More than 50% of those who responded said the new probation, detention, and case time limits had a negative effect on the juvenile justice system.
- The reforms created new limits on how long most juvenile offenders can be put on probation, held in detention, or sentenced to prison. Prior to the reforms, judges had much more discretion over how long to sentence juveniles and under what conditions.
- Figure 2 summarizes overall stakeholders’ responses on the eight key reforms. As the figure shows, between 52% and 59% of all respondents said the three new time limits had a negative effect on the juvenile justice system. For example, 59% of respondents thought probation limits had a negative effect on the juvenile justice system. Conversely, 14% thought it had a positive effect. The remaining 27% did not select probation limits as having a positive or negative effect on the system.
- Some stakeholders said the new limits made it difficult to hold juvenile offenders accountable.
- “I filed less cases because there is no accountability or repercussion due to case/probation/detention limits.”
- “Lack of accountability for juvenile offenders. They have quickly learned that the Court system can do very little to them, in a short window of time (probation and case length limits).”
- Defense attorney respondents had a more positive opinion of the three limits than other stakeholders. For example, between 35% and 44% of defense attorneys thought the three limits had a positive effect. By contrast, no prosecutors thought they had a positive effect.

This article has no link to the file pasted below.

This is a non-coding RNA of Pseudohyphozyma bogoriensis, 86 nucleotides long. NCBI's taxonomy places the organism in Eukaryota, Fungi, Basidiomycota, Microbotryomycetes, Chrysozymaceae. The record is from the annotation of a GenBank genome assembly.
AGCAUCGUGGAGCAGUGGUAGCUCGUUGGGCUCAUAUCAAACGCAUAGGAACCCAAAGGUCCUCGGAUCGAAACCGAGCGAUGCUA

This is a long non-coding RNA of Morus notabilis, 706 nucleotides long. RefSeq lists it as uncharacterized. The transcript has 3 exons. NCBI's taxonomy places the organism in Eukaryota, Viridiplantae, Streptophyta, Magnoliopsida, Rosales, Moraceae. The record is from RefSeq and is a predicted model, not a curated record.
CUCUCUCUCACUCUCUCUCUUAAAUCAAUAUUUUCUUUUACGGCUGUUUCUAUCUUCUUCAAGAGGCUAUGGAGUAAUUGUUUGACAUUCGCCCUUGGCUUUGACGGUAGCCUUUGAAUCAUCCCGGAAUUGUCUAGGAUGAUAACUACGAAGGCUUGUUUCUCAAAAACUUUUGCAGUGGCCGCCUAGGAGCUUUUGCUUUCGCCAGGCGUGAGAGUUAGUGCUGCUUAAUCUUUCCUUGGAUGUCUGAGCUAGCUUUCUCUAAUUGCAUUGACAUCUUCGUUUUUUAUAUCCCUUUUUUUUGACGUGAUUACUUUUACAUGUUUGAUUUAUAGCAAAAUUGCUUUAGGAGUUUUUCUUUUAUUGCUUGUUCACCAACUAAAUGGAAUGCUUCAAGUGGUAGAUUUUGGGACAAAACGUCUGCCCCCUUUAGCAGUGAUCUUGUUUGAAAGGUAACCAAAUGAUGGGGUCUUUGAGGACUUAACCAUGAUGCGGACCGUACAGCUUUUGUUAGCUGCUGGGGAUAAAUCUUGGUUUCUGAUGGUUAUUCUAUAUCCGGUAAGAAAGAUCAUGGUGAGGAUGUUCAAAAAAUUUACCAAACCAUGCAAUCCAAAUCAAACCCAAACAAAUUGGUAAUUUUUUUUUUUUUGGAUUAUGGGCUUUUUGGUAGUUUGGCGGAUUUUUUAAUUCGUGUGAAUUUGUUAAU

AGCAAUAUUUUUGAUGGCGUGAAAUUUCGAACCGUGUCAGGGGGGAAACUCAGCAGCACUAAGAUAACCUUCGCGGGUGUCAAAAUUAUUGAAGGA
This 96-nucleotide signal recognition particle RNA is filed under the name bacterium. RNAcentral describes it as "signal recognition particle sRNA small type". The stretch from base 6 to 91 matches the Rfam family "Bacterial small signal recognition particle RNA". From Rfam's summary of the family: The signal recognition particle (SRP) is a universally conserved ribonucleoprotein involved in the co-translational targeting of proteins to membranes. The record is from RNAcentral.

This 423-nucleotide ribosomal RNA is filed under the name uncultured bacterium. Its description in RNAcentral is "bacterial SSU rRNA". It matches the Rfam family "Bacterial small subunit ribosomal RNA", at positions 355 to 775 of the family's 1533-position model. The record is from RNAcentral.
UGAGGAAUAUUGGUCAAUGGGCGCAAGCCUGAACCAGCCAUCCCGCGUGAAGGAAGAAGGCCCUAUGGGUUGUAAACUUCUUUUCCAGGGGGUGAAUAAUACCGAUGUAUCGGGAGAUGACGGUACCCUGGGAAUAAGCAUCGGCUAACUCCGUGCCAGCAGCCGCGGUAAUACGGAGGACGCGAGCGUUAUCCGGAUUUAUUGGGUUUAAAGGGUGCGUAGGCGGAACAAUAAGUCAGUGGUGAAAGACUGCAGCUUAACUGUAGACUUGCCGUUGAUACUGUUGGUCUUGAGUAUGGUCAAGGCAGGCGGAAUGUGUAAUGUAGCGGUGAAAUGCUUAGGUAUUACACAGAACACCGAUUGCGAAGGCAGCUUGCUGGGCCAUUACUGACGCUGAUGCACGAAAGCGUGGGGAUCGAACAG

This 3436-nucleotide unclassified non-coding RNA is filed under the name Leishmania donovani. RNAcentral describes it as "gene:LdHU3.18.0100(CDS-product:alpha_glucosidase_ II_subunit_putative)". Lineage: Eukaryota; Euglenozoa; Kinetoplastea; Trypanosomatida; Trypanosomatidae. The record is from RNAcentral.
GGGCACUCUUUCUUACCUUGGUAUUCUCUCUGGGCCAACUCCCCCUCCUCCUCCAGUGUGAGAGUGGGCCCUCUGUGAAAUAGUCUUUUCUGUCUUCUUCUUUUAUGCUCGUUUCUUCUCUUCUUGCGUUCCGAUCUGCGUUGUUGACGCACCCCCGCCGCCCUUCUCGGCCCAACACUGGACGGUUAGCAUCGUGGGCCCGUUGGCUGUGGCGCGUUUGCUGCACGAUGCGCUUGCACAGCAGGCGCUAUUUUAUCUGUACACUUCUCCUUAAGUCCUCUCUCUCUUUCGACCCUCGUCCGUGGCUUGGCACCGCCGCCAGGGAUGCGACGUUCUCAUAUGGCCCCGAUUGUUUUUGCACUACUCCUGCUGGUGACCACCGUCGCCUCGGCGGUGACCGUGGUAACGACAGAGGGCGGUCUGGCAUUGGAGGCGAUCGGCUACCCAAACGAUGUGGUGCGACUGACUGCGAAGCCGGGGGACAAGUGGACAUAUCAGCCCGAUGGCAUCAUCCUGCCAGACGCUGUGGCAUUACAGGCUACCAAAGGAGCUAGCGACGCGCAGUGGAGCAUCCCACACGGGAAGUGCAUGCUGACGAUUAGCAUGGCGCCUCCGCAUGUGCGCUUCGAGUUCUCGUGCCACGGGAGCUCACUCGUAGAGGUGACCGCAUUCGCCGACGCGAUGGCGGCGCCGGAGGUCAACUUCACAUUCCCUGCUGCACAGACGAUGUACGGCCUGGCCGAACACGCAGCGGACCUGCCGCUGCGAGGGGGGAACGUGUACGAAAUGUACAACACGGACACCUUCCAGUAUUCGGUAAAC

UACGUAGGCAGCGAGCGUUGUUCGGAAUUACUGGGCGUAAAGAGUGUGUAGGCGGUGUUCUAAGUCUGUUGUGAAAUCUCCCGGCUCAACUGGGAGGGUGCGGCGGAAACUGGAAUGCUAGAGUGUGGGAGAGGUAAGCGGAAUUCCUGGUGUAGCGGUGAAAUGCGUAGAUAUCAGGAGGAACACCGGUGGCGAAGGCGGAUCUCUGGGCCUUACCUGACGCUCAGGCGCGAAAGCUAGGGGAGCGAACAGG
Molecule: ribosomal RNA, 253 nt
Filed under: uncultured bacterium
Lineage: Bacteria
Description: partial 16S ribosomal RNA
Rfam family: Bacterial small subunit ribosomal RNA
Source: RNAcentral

About 40% of respondents said the new graduated responses to probation violations had a negative effect on the juvenile justice system.
- Under the reforms, probation officers must follow a list of graduated responses if juvenile offenders violate the terms of their probation (e.g. staying out past curfew). Those responses are based on the risk level of the offender and the severity of the violation. Examples of these responses include verbal warnings, adjusted curfew, or community service work. The reforms also made it so courts can only consider detaining juveniles who have at least three violations. Before the reforms, probation officers and the court had more discretion over when and how to discipline juvenile offenders.